glMaterialfv(GL_FRONT_AND_BACK,GL_SPECULAR,speclig ht);
    glMaterialfv(GL_FRONT_AND_BACK,GL_SHININESS,&shine );
    }


    draw

    {
    int INCR=1,i;
    double ax,ay,az,bx,by,bz,cx,cy,cz,dx,dy,dz;
    float veclen=0,veclen2=0;
    for (i=0;i<360;i=i+INCR)
    {
    ax=x1+r1*cos(i*pi/180);
    ay=y1+r1*(sin(i*pi/180))*(cos(ang1*pi/180));
    az=z1+r1*(sin(i*pi/180))*(sin(ang1*pi/180));

    bx=x1+r1*cos((i+INCR)*pi/180);
    by=y1+r1*(sin((i+INCR)*pi/180))*(cos(ang1*pi/180));
    bz=z1+r1*(sin((i+INCR)*pi/180))*(sin(ang1*pi/180));

    cx=x2+r2*cos((i+INCR)*pi/180);
    cy=y2+r2*(sin((i+INCR)*pi/180))*(cos(ang2*pi/180));
    cz=z2+r2*(sin((i+INCR)*pi/180))*(sin(ang2*pi/180));

    dx=x2+r2*cos(i*pi/180);
    dy=y2+r2*(sin(i*pi/180))*(cos(ang2*pi/180));
    dz=z2+r2*(sin(i*pi/180))*(sin(ang2*pi/180));

    veclen=sqrt((x2-x1)*(x2-x1)+(y2-y1)*(y2-y1)+(z2-z1)*(z2-z1));
    glNormal3f((x2-x1)/veclen,(y2-y1)/veclen,(z2-z1)/veclen);
    //veclen=sqrt(pow((ax-x1),2)+pow((ay-y1),2)+pow((az-z1),2));
    //glNormal3f((ax-x1)/veclen,(ay-y1)/veclen,(az-z1)/veclen);
    //veclen2=sqrt(pow((dx-x2),2)+pow((dy-y2),2)+pow((dz-z2),2));
    //glNormal3f((dx-x2)/veclen,(dy-y2)/veclen,(dz-z2)/veclen);

    glBegin(GL_POLYGON);
    glVertex3f(ax,ay,az);
    glVertex3f(bx,by,bz);
    glVertex3f(cx,cy,cz);
    glVertex3f(dx,dy,dz);
    glEnd();
    }
    }

    x1,y1,z1-centre of circle1
    x2,y2,z2-centre of circle2
    ang1,ang2 - angle of the plane which holds the circles with respect to world cooordinates
    r1,r2-radius of circles

    method of drawing the tunnel
    using centre points & radius, vertices of circles are calculated and they are joined by polygons

    now my problem I can't get the lighting effect with shades and shininess of the surface


    Hope everybody understood what my problem is.

    pl

  8. #8
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    Re: how to calculate normals for a circle??

    1)Be extra careful if you seperate lighting setup from rendering. If you update your modelview/projection matrices, you may need to update your light position. Depends on what you want to accomplish.

    Submitting a light position once and keeping it through matrix updates kind of makes your light 'attached to the camera'.

    If you want your light position to be fixed relative to the scene, you'll have to respecify the light position each time after updating matrices, and before actually rendering the geometry.

    2)My wild guess regarding your problem: Your sphere is centered around the origin. Your light is positioned at the origin. All normals point to the origin. Result? All surfaces get the exact same light intensity, thus no shades and lighting looks as if it doesn't work.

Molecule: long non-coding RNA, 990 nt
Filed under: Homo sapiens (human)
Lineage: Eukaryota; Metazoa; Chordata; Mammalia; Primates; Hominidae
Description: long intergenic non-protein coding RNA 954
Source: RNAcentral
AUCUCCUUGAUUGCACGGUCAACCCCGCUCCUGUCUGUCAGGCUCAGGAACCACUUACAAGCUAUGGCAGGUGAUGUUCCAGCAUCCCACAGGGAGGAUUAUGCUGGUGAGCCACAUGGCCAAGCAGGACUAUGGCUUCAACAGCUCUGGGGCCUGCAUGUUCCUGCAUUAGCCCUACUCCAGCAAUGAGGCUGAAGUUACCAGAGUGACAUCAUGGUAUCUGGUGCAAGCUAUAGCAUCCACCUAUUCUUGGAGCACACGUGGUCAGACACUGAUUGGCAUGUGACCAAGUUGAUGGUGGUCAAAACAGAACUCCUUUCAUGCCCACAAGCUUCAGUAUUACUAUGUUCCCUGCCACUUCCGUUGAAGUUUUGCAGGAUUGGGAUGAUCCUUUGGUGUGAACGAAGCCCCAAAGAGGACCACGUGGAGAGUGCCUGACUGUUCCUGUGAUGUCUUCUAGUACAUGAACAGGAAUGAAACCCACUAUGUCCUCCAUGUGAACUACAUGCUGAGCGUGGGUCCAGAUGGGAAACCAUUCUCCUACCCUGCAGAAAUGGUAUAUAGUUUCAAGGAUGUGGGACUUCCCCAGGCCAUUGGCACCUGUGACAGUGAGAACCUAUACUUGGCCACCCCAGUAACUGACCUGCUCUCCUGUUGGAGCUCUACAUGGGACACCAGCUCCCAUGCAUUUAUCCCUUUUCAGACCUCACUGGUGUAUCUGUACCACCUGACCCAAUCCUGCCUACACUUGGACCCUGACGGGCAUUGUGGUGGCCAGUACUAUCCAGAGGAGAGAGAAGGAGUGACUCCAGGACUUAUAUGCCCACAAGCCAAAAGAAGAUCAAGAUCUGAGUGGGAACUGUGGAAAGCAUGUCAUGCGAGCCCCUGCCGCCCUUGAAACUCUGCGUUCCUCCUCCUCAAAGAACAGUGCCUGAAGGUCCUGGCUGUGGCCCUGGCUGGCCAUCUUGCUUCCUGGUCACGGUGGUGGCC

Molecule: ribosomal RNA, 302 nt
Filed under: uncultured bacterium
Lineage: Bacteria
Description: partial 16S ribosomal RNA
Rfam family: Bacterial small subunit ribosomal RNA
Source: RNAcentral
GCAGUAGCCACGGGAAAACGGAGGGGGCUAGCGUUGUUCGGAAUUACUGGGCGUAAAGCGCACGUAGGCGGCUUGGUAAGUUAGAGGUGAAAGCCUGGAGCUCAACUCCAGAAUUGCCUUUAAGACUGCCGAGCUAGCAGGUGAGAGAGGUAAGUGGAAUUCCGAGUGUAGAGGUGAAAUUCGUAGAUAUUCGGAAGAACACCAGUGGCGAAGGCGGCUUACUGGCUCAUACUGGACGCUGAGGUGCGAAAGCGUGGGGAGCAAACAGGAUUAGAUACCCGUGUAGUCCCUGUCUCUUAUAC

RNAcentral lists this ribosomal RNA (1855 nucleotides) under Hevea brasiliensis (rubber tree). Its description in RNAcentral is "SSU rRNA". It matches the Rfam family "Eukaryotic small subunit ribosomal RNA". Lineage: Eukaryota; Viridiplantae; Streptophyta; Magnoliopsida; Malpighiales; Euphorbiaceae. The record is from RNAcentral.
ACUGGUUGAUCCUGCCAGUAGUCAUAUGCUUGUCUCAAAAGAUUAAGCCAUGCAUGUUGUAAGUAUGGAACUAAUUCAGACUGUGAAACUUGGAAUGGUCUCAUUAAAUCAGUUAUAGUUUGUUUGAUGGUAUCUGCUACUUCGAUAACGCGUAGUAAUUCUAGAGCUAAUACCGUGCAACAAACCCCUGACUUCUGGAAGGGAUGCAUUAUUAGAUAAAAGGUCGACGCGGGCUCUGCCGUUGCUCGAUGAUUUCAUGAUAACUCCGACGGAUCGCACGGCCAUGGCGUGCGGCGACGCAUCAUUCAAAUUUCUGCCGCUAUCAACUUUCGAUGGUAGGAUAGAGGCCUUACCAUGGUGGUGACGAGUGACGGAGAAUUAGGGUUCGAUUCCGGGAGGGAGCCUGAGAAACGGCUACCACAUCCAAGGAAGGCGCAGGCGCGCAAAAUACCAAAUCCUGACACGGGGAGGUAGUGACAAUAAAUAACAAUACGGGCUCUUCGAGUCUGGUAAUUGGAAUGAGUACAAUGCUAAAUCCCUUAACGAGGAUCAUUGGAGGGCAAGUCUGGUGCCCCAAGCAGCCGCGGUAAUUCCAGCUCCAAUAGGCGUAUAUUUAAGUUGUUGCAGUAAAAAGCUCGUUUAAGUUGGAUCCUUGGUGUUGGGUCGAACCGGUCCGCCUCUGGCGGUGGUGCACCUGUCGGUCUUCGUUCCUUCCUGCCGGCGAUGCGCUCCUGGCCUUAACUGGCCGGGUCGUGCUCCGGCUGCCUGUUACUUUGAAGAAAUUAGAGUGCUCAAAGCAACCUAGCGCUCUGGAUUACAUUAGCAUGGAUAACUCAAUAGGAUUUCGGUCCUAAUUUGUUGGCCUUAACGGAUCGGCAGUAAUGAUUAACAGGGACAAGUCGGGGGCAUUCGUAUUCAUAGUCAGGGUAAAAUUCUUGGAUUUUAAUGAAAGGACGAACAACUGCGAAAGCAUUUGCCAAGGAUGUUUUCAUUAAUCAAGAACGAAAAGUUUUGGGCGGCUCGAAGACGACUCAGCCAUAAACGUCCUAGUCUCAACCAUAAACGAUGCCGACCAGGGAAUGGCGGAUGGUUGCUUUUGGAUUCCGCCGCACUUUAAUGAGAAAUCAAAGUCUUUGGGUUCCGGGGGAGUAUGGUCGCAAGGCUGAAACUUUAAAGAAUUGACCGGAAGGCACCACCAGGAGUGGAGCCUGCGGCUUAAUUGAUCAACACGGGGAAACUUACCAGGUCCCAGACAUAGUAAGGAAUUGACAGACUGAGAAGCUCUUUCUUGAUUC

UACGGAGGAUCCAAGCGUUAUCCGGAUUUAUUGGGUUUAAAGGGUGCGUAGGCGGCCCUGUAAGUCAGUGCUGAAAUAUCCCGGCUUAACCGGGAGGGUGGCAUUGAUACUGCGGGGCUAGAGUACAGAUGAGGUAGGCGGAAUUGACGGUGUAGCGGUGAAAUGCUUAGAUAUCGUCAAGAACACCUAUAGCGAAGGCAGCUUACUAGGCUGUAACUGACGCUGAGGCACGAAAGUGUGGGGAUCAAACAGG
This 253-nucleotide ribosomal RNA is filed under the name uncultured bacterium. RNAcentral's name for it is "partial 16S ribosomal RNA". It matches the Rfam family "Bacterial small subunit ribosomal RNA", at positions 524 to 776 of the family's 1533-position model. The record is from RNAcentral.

Try moving your light position around and see if it's getting better. You may also need to experiment with the light's falloff parameters, but try changing position first.

  9. #9
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    Re: how to calculate normals for a circle??

    Actually i'm moving my light along with camera position.

    the object is a dark tunnel.

    the effect i want is
    .....
    3. I'm trying to create an effect like this - holding a searchlight(spotlight) in hand and moving into a dark tunnel.

    normals point away from light position

  10. #10
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    Re: how to calculate normals for a circle??

    I haven't taken a close look at your code yet, but I don't think you don't want all the normals to point away from your light source. If I understand correctly what you want, you want them all to point IN towards the center of the cylinder.

    Terrible ASCII art example viewing cylinder along edge:

    Code :
    X------X-----X-----X
    |      |     |     |   
    v      v     v     v
    ---L----------------    <- center path through cylinder
    ^      ^     ^     ^
    |      |     |     |
    X------X-----X-----X
    The Xs above represent the location of vertices on the top and bottom of the cylinder, the L represents the location of your Light, the center line being the path the light is moving. the lines coming off the Xs are the direction you want the normals pointing. Note they are pointing in TOWARDS THE CENTER LINE, NOT THE LIGHT.

    Hope that helps somewhat.

    Edit: Ugh. I hate how the code tags sometimes choose to use different font sizes in different spots.

    [This message has been edited by Deiussum (edited 12-17-2002).]
    Deiussum
    Software Engineer and OpenGL enthusiast